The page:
The full and open exchange of data is of vital importance to the sustainable management of water resources.
Drinking water, irrigated agriculture, fisheries, recreation, hydropower, industrial cooling, navigation and more – water serves a myriad of uses in today’s society. Managing the trade-offs among these uses and, at the same time, ensuring that sufficient water is available to support the environment requires a steady flow of reliable and accessible data.
Today, data on water – precipitation, river flows, lake and groundwater levels, water quality, and so on – are collected by a multitude of agencies and organizations around the world, at a rate that is unprecedented in human history. These complex data sets allow researchers to track and observe water across scales and timeframes, making it possible to reconstruct and understand environmental processes such as changes in rainfall patterns or surface water temperatures. Data from satellites provide information on groundwater levels, allowing researchers to identify potential challenges for people and ecosystems. Satellite data are also beginning to be used to assess water quality across large areas, with frequent measurements from space meaning that sudden changes in water quality can be identified more quickly than when relying on on-the-ground sampling. Satellite-based data also offer a “leapfrog” technology for developing countries that lack an established ground-based monitoring network. The AfriGEOSS program, part of the Global Earth Observation System of Systems (GEOSS), is expected to help African agencies respond to natural disasters such as floods and forest fires by supporting the direct download of satellite data. Many government agencies in developed countries provide public access to information on water resources, such as real-time flow data available from the US Geological Survey. It is encouraging that developing countries are embracing this concept, as exemplified by the Kenya Open Data Initiative, which is intended to make key government data freely available to the public through a single online portal, and includes a water point mapping tool.
This virtual flood of information on water offers a potential for both research and evidence-based management of water resources. Collecting and analyzing data and water can also help to connect researchers and governments with individual water users, raising awareness of water management challenges and supporting transparency in water governance. This potential can only be fully realized, however, if data are available and accessible in a form that supports their further use. The full and open exchange of data is a key aspect of the Data Sharing Principles established by GEOSS. In practice, this requires careful attention to metadata (i.e., descriptive information about data that supports their use) and data interoperability (i.e., a functional level of consistency that allows systems to work together). These technical aspects, despite their complexity, may well be the easiest part of the puzzle to solve. The European Union (EU), for example, has developed rigorous guidelines to support the exchange and interoperability of geospatial data collected through INSPIRE (Infrastructure for Spatial Information in Europe) and promotes data accessibility though the EU Open Data Portal. A more difficult challenge is posed by legal restrictions and data ownership, which vary across – and sometimes even within – countries. Some agencies that collect data are also tasked with partially recovering their costs through the sale of data products, meaning that only some of their data products are freely and openly available. These kind of restrictions on the application of data in water resources management constitute a real barrier for researchers, limiting knowledge-sharing and potentially hindering the development of tools for water users.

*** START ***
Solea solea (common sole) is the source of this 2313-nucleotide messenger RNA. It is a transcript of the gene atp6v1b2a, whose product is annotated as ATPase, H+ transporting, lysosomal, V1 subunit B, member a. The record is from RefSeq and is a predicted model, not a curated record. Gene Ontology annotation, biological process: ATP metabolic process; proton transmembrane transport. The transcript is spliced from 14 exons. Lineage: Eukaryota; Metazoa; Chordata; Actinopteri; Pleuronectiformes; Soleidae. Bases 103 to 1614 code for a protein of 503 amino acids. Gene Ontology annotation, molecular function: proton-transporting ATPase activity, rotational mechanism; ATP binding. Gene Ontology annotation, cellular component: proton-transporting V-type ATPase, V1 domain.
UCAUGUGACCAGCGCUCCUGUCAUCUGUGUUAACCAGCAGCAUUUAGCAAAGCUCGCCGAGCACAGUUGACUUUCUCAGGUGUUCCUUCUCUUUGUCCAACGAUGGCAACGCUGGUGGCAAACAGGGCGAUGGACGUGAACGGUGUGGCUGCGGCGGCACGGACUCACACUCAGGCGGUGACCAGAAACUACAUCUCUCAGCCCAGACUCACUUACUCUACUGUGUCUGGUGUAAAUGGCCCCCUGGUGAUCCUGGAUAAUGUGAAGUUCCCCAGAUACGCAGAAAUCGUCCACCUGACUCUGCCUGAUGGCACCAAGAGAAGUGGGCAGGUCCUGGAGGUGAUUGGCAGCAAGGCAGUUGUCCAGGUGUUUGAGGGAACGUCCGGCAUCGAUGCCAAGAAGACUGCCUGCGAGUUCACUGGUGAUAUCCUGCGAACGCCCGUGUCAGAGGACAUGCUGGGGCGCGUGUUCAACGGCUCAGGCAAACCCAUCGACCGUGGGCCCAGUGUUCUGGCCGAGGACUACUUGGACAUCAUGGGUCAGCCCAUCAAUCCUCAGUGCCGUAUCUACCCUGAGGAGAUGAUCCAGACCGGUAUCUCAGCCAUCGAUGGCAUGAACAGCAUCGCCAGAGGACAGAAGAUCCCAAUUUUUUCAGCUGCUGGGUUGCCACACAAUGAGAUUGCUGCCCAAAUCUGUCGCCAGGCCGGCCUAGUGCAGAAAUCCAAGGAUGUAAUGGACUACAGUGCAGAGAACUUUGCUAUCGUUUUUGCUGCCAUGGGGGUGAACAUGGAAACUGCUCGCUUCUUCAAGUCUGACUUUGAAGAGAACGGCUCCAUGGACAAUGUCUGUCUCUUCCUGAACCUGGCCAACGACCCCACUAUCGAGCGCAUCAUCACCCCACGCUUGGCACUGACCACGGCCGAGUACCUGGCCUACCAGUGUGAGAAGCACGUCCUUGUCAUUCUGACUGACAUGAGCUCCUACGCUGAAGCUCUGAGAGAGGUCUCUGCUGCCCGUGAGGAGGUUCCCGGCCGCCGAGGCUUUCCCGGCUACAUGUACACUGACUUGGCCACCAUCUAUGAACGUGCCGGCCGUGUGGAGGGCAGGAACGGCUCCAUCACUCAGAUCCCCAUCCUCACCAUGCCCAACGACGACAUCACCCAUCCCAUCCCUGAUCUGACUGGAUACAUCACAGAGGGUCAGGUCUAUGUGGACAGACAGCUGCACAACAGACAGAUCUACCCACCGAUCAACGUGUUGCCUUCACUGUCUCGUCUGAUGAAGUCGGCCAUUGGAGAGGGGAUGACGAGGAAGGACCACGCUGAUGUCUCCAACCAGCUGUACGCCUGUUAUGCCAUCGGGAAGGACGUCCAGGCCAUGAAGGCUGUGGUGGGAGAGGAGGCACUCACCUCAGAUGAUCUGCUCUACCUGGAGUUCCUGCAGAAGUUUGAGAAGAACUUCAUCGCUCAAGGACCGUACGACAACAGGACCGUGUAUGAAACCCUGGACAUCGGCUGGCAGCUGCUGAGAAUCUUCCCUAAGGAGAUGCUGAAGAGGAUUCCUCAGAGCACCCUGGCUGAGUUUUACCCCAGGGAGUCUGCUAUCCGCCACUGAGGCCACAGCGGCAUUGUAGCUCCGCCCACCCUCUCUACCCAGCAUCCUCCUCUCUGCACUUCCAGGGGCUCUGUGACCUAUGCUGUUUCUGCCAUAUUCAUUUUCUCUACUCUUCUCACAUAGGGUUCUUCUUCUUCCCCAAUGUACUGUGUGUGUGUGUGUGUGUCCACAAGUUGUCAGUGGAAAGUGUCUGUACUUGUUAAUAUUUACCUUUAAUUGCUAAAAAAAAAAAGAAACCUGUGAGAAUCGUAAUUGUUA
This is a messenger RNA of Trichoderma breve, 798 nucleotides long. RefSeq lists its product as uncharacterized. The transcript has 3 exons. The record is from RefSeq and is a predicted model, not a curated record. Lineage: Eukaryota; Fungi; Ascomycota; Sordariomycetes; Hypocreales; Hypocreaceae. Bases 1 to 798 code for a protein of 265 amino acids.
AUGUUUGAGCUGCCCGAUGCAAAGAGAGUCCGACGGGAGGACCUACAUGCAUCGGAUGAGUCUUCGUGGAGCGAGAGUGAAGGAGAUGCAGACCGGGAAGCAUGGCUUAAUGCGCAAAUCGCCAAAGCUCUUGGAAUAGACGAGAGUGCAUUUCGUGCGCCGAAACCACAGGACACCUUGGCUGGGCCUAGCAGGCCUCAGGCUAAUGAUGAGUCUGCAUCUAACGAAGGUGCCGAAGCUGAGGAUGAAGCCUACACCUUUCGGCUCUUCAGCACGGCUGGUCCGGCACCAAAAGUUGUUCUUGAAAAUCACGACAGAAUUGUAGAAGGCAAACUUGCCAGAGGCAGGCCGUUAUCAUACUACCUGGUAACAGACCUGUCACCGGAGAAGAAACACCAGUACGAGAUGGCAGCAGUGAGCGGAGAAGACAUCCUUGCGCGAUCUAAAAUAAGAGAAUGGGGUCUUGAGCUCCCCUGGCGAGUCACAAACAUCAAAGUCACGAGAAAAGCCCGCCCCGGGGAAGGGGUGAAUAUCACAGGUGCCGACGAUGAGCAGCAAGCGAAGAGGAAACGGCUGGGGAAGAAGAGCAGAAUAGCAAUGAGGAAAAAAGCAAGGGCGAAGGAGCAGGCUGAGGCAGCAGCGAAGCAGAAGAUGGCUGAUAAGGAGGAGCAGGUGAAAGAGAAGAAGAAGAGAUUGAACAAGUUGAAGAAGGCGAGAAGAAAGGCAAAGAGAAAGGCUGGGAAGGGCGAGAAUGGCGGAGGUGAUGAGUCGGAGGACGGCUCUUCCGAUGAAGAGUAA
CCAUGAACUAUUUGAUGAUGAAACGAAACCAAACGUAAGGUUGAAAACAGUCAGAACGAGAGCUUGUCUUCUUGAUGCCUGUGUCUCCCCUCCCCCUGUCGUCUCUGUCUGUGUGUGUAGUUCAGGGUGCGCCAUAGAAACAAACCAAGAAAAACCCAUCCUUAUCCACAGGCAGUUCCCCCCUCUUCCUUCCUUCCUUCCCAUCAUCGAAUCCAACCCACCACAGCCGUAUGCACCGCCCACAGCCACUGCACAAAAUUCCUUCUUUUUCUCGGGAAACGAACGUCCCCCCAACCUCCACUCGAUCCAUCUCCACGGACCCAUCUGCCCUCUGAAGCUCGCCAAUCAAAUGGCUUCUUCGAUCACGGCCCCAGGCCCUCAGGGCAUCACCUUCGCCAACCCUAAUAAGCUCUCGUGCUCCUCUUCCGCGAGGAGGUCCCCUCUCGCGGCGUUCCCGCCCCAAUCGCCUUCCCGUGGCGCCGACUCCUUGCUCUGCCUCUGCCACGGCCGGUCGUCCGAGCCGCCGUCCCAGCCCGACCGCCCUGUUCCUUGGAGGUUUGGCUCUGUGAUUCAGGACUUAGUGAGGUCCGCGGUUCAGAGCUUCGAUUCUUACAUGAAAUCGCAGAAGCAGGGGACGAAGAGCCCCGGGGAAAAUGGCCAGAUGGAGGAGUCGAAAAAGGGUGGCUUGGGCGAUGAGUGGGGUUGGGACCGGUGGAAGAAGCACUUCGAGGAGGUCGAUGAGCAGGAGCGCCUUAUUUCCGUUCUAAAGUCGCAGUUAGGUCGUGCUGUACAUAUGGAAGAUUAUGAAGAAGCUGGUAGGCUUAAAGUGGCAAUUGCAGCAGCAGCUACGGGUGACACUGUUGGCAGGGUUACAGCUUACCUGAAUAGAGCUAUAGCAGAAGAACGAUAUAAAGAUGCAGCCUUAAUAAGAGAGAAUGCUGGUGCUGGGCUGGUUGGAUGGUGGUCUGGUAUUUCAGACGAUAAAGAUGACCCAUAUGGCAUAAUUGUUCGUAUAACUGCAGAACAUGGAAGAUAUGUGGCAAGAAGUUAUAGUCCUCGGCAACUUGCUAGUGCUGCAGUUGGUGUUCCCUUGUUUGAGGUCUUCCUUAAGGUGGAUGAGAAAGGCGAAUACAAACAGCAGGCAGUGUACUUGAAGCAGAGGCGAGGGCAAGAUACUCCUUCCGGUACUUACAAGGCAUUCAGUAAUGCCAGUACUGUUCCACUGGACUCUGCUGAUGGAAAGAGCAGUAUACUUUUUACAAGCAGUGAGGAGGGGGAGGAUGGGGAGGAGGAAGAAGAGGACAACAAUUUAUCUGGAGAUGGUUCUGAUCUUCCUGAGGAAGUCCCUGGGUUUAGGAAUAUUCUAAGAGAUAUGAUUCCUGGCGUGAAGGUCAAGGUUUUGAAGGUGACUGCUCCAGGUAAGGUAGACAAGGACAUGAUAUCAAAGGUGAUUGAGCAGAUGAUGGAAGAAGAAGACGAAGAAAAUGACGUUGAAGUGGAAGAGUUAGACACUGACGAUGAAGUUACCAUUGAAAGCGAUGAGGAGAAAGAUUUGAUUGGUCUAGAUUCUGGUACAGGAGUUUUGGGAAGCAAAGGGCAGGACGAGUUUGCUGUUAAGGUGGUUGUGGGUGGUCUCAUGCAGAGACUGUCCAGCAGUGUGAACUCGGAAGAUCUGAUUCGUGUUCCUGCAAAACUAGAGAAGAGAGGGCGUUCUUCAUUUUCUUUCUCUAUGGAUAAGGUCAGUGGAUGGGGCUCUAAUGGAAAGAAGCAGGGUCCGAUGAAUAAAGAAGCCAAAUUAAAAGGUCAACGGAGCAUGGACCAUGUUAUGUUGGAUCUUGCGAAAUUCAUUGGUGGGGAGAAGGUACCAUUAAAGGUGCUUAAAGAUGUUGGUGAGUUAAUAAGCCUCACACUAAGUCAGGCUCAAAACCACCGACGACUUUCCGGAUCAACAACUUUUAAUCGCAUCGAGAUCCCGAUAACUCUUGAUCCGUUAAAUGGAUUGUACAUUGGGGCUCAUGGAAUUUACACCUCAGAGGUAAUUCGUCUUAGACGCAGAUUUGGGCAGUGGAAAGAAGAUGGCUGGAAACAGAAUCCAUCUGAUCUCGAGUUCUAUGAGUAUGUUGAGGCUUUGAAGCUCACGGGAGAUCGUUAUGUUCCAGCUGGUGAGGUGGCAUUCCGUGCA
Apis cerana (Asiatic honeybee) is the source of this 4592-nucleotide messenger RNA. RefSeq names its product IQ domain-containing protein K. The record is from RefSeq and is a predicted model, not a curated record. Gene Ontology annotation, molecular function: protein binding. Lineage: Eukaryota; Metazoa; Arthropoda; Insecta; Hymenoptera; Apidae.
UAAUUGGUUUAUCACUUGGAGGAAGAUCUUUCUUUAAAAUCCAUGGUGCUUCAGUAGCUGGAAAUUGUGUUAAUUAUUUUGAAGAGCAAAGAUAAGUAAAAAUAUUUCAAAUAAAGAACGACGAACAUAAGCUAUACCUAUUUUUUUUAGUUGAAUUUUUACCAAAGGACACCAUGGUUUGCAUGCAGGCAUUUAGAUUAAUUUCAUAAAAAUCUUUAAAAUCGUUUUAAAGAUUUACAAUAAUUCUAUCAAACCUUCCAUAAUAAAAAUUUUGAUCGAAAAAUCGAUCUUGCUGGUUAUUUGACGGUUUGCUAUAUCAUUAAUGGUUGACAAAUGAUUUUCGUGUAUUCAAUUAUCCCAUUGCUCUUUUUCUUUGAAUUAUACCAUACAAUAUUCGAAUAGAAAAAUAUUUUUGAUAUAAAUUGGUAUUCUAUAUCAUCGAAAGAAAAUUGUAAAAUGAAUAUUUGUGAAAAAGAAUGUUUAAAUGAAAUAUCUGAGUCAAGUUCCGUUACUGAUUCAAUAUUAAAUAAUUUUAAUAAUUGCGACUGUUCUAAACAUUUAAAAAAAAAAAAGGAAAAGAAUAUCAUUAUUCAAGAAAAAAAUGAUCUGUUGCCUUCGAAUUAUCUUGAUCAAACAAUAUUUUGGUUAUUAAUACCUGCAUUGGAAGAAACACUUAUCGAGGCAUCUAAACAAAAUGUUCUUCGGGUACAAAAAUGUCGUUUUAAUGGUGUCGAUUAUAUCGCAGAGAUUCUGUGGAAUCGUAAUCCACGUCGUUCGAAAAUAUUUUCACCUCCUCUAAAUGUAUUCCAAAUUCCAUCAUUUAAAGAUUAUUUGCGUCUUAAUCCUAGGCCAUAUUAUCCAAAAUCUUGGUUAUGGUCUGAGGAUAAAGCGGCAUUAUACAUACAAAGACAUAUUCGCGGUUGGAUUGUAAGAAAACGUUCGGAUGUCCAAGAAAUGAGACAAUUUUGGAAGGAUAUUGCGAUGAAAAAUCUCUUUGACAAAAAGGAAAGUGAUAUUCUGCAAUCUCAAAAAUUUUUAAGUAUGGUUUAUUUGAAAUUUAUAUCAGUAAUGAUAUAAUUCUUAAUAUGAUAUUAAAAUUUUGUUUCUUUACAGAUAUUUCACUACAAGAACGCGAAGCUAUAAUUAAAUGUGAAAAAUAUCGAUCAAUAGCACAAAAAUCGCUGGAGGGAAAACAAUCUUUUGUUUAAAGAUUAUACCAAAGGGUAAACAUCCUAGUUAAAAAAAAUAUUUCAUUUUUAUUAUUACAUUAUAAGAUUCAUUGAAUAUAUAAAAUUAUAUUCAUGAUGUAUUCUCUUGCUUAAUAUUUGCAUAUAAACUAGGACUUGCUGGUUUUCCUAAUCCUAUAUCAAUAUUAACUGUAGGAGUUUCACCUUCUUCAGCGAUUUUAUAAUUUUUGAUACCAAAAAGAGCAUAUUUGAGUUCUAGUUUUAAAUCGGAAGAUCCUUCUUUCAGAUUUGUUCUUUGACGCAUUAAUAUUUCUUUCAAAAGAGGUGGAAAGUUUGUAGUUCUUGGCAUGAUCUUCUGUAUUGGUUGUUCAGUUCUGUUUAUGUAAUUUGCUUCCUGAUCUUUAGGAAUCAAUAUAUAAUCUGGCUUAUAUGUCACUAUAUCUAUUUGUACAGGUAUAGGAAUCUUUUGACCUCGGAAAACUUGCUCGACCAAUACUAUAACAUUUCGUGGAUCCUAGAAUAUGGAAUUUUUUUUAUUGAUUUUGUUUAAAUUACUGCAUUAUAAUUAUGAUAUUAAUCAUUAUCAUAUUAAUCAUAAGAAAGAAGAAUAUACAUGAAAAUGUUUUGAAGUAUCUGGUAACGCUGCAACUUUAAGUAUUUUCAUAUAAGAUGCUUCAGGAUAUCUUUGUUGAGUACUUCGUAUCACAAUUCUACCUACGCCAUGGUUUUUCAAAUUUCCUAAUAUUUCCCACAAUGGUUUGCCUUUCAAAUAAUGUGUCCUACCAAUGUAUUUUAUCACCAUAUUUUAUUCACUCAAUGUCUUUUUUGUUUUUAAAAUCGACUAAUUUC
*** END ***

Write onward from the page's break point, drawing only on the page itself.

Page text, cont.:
But even within the scientific community, attitudes toward data sharing vary widely. Collecting and organizing environmental monitoring data or observations can take a lot of time and effort. Researchers who have made this investment understandably want to benefit from it, or at least to have their efforts recognized. In response to this demand, scientific journals are establishing policies for data access, supporting data storage and access and even providing dedicated venues for data publication, such as Earth System Science Data. Consolidated policy recommendations for open access to research data in Europe are being developed in the project RECODE.
Open data access is an emerging paradigm, but it will require support at multiple levels to fulfil its potential to provide an effective evidence base for environmental management and policy. In the words of GEOSS, ‘the societal benefits of Earth observations cannot be achieved without data sharing’. Data access is crucial to opening up knowledge systems and ultimately to increasing the impact of environmental science.
The environmental community must come together to overcome key hindrances around reluctance to providing open access to data, the retention of data management systems that are not interoperable and legal barriers to data sharing. The transition plan for Future Earth recognizes the critical roles of data and data access. Recognition is an important first step, but it must be followed by implementation of open data access.